The Effect of Kinesiology Taping on Jump Height in Male Rugby Players
Cardiff Metropolitan University
MetadataShow full item record
Aim: The purpose of this study was to examine the effects Kinesiology Tape (KT) has on jump height performance in male rugby players. Subjects: A group of 12 semi-professional rugby players (with mean age, weight and height of 25.0±4.4 years old, 97.0±12.1kg and 181.6±6.6 cm) consisting of seven forwards (with mean age, weight and height of 25.1±5.6 years old, 103.3±9.8kg, and 184.6±3.4cm) and five backs (with mean age weight and height of 24.8±2.8 years old, 88.3±9.7kg and 177.3±7.9cm). All rugby players were volunteers from Ebbw Vale Rugby Football Club (RFC). Methods: The countermovement jump test on a smart speed jump mat was utilised in order to measure the participants jump height. All volunteers completed three maximal countermovement jumps without KT in the first data collection session to receive baseline data. On a separate occasion three weeks after the baseline scores were retrieved, all participants returned for the second and final data collection session. Subjects were required to complete three maximal countermovement jumps with the application of KT tape. The tape was applied from the origin to the insertion of three of the quadriceps muscles; Rectus Femoris, Vastus Lateralis and Vastus Medialis. Participant’s best score from the three jumps were taken for further statistical analysis on both occasions. Results: A Paired Samples T-Test demonstrated no significant difference (p>0.05) between jump height without and with the application of the KT tape. A similar result was found when a Two-Way Mixed Model ANOVA (analysis of variance) with syntax was completed to compare the forwards and the backs jump height with and without the taping (p>0.05). Conclusions: The outcomes of this study suggest that KT does not affect jump height in male rugby players. Neither does the player’s position on field affect their jump height with or without the application of the elasticated adhesive tape. It could also be suggested that the tape did not affect muscle activation or strength. It is recommended that further research should be done to provide a sound theoretical underpinning for the effects of KT on muscular strength and activation.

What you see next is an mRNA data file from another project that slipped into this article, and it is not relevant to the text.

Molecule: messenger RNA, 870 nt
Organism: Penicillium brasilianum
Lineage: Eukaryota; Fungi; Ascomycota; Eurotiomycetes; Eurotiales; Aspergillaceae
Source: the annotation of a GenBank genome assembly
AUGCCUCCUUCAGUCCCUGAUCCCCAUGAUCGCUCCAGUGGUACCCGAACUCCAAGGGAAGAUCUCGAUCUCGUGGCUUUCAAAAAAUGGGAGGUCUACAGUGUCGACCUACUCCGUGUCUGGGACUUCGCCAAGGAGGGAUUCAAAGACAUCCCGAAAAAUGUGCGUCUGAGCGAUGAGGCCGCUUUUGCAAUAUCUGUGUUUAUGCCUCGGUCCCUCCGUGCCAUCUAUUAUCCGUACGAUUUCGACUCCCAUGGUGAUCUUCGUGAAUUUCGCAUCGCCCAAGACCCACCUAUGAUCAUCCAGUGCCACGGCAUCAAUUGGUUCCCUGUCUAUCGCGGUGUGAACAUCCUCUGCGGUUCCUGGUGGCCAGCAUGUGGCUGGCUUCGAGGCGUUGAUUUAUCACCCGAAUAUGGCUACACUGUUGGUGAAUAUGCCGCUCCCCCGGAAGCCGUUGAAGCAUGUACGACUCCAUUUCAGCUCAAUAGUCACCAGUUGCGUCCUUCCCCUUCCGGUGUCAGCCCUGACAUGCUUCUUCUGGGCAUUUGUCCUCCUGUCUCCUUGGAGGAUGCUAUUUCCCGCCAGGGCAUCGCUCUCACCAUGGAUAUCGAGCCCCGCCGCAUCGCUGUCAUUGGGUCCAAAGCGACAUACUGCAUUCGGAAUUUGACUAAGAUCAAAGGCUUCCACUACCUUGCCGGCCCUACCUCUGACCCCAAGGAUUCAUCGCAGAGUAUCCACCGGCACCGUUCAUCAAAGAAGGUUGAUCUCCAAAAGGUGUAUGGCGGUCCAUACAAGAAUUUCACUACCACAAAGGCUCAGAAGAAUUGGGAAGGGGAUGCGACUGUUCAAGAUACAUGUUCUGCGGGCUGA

Showing items related by title, author, subject and abstract.
The Effect of ‘Ball in Hand’ Transfer on Sprint Speed and the Underlying Mechanisms of Sprint Technique in Rugby Union Players Moors, Christopher (University of Wales Institute Cardiff, 2012)The ability to repeatedly reach high sprint velocities is a vital quality in field sports; this proficiency particularly over short distances can determine sporting success in Rugby Union. In modern day Rugby Union all ...
A Comparison of Physiological Profiles of International, National and Club Level Female Rugby Union Players. Newton, Kate (University of Wales, 2011)Due to the lack of research into women’s rugby especially across a range of abilities, this study was aimed to provide physiological profiles for international, national and club level female rugby union players. Twenty ...
DIFFERENCES IN LOWER EXTREMITY MECHANICS OF ACL RECONSTRUCTED AND NON-INJURED RUGBY UNION PLAYERS PERFORMING SIDESTEPS WITH AND WITHOUT A BALL CATCH Pilbeam, Alex (University of Wales Institute Cardiff, 2012)Research has identified sidesteps, frequently performed evasive manoeuvres in field sports such as rugby union, as a mechanism of non-contact ACL injury but limited insight into the influence of ball catching during a ...